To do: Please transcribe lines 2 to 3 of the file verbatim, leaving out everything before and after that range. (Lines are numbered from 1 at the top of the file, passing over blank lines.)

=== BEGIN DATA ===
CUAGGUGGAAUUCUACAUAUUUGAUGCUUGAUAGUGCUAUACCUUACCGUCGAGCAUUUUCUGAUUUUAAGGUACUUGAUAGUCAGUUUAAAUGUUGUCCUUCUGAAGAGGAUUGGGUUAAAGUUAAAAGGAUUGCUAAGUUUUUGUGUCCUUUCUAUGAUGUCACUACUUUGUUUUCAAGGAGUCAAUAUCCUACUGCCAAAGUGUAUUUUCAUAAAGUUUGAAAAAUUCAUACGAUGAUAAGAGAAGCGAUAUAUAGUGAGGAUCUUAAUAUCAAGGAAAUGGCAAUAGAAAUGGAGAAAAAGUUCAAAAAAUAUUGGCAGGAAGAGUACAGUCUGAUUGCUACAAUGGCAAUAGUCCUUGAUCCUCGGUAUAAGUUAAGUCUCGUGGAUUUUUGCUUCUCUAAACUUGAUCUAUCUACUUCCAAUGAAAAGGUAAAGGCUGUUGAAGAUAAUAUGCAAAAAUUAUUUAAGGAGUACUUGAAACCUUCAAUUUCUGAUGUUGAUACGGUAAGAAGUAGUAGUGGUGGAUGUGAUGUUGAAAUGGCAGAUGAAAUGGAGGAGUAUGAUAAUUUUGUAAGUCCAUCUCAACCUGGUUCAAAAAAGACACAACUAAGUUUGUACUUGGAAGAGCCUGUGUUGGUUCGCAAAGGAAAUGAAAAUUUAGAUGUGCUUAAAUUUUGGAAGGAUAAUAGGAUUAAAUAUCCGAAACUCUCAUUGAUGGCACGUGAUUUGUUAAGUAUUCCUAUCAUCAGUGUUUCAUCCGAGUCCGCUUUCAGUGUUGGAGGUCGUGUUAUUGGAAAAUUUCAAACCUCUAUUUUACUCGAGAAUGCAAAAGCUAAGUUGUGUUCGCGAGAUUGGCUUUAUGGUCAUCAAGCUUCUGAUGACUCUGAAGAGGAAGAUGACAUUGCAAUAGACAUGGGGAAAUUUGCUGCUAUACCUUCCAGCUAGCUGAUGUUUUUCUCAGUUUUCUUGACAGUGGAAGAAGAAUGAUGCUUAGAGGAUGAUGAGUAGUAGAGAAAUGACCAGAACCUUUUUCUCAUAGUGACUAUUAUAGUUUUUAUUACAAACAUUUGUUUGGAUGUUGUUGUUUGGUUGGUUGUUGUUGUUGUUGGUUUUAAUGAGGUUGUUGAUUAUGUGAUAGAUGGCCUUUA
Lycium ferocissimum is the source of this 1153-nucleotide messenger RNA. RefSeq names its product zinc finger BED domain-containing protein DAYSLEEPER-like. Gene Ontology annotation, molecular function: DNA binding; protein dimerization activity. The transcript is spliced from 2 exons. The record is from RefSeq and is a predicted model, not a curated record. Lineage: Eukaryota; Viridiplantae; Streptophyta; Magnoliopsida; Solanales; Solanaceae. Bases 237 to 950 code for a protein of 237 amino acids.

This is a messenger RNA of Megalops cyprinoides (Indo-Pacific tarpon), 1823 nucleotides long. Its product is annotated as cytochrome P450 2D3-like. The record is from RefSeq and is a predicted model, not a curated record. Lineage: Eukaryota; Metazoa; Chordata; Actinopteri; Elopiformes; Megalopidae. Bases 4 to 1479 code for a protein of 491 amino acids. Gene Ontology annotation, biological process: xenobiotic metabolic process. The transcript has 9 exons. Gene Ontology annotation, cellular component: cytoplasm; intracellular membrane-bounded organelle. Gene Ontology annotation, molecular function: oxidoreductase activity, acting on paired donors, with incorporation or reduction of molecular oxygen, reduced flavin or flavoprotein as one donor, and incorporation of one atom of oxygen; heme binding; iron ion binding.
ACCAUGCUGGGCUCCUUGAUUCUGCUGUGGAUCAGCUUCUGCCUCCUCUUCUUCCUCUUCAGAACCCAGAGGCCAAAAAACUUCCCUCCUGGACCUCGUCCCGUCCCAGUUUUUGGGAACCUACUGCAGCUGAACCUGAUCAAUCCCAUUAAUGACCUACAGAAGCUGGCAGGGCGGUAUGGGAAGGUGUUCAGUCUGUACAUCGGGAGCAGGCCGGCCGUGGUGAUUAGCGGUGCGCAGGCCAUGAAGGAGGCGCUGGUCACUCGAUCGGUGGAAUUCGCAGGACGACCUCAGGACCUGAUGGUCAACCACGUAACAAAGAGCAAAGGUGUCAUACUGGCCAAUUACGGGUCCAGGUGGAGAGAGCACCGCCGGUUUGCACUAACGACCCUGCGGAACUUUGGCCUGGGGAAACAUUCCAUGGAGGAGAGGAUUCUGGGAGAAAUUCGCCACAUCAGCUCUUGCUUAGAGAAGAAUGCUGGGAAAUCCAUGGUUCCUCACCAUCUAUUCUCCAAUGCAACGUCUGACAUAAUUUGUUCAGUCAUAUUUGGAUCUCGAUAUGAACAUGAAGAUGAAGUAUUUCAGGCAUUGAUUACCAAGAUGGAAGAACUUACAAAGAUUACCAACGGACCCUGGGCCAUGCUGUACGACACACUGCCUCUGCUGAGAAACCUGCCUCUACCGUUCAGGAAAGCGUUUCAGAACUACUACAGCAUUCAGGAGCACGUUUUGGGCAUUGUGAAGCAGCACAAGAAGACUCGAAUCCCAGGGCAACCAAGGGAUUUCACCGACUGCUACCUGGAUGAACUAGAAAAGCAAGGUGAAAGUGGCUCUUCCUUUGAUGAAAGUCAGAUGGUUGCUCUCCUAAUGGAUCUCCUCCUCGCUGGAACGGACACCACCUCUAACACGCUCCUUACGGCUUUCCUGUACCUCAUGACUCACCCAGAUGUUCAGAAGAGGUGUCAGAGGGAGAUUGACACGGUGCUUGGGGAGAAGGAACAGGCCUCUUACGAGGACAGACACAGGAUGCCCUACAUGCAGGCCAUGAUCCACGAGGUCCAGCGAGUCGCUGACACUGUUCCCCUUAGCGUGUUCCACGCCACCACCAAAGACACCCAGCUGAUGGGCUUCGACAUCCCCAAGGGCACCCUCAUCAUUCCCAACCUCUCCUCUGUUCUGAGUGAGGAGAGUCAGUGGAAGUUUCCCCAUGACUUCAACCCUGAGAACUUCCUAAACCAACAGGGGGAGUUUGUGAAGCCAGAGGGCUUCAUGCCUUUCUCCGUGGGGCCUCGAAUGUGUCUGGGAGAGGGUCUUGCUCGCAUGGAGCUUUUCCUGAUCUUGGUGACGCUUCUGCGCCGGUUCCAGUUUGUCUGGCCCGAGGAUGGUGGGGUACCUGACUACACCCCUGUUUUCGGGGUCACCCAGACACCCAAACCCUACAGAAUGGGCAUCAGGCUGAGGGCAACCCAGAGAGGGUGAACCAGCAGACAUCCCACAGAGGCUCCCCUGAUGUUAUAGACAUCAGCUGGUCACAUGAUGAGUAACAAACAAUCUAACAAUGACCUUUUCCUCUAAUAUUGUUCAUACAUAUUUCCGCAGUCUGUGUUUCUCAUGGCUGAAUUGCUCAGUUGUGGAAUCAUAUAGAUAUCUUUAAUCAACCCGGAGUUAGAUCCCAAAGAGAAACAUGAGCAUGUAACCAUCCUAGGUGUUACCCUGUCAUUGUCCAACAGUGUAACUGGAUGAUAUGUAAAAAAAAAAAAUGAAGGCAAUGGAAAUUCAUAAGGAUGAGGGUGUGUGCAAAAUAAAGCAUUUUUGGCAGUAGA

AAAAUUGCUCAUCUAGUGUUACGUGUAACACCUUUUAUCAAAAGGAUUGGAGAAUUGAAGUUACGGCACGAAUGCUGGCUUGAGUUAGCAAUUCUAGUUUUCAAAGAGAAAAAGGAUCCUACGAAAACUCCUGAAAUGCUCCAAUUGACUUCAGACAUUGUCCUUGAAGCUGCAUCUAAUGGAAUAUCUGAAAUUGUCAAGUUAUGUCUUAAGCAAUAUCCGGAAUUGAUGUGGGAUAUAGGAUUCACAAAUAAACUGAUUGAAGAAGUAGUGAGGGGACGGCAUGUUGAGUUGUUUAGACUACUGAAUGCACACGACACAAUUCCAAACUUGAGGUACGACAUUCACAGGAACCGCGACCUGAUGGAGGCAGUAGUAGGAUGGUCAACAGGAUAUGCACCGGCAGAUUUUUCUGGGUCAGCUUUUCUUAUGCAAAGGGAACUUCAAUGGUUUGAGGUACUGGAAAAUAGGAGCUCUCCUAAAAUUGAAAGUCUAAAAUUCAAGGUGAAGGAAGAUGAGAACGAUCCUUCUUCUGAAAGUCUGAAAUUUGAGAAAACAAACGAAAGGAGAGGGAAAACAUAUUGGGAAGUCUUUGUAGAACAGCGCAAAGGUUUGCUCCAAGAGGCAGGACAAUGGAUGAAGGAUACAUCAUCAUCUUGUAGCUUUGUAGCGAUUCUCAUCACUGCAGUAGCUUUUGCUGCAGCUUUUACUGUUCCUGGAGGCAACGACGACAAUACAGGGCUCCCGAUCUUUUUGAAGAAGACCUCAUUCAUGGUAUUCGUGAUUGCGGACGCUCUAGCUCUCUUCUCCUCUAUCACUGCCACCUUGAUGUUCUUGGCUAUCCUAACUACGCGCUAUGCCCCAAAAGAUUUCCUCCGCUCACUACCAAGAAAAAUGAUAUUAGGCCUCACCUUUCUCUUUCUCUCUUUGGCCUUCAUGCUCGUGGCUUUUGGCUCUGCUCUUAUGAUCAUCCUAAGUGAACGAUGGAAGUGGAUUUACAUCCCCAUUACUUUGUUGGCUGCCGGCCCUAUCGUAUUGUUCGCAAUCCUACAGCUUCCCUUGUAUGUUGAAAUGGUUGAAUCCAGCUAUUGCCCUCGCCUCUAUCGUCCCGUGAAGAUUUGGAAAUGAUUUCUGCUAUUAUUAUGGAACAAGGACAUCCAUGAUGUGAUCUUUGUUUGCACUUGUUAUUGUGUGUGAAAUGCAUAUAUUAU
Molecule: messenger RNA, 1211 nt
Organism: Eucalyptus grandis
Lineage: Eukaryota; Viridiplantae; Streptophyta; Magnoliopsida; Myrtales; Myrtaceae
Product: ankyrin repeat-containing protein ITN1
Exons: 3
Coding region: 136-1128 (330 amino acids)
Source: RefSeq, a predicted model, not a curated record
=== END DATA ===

Lycium ferocissimum is the source of this 1153-nucleotide messenger RNA. RefSeq names its product zinc finger BED domain-containing protein DAYSLEEPER-like. Gene Ontology annotation, molecular function: DNA binding; protein dimerization activity. The transcript is spliced from 2 exons. The record is from RefSeq and is a predicted model, not a curated record. Lineage: Eukaryota; Viridiplantae; Streptophyta; Magnoliopsida; Solanales; Solanaceae. Bases 237 to 950 code for a protein of 237 amino acids.

This is a messenger RNA of Megalops cyprinoides (Indo-Pacific tarpon), 1823 nucleotides long. Its product is annotated as cytochrome P450 2D3-like. The record is from RefSeq and is a predicted model, not a curated record. Lineage: Eukaryota; Metazoa; Chordata; Actinopteri; Elopiformes; Megalopidae. Bases 4 to 1479 code for a protein of 491 amino acids. Gene Ontology annotation, biological process: xenobiotic metabolic process. The transcript has 9 exons. Gene Ontology annotation, cellular component: cytoplasm; intracellular membrane-bounded organelle. Gene Ontology annotation, molecular function: oxidoreductase activity, acting on paired donors, with incorporation or reduction of molecular oxygen, reduced flavin or flavoprotein as one donor, and incorporation of one atom of oxygen; heme binding; iron ion binding.